Anti-fluoride campaigners have called for a regional tribunal to question the practice in Wellington.
A contingent of submitters addressed the Greater Wellington Regional Council this morning during hearings on the council's draft annual plan, once again questioning the compulsory fluoridation of the region's drinking water.
The council supplies water which has been fluoridated to meet levels recommended by the Ministry of Health to improve dental health. The water goes to Wellington, Upper Hutt, Lower Hutt and Porirua.
However, submitters at Greater Wellington today called on the council to reconsider the practice, saying there was increasing evidence the levels in water were not enough to make a significant difference on dental health, as it was only residual fluoride in saliva that made a difference to oral health, and that was at such a diluted level it became insignificant.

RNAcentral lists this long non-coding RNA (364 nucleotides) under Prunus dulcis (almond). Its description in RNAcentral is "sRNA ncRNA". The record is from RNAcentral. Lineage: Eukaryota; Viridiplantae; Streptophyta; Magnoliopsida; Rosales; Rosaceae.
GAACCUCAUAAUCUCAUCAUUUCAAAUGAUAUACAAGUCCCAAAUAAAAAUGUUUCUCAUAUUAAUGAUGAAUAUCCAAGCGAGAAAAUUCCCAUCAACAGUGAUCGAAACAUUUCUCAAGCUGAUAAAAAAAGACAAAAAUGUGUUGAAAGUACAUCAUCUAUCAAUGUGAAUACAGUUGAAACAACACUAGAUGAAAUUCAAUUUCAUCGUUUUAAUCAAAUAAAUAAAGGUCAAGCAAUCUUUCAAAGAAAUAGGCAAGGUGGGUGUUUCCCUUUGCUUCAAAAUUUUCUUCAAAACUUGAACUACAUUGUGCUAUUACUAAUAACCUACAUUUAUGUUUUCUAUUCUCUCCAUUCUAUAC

Instead, people were absorbing fluoride at a level that failed to account for factors such as age, weight or individual tolerance, dentist Stan Litras argued.
"The toxic level is easily exceeded by children aged less than eight."
Lynn Jordan said the matter should be considered by a tribunal that properly considered the different arguments. A tribunal or special review was preferable to a referendum which would be costly to ratepayers.
Councillor Nigel Wilson said he supported the idea of a tribunal given the division of views on the topic.
"There is a significant divergence of views from that of the Ministry of Health, so I would completely support a tribunal to be set up ... As a a regional council we would be irresponsible not to be involved in initiating that."
Comments on this story are now closed.
- The Dominion Post
Does Wellington need a hotel/conference centre at $2m a year in ratepayers' costs?Related story: Five stars come at a price for ratepayers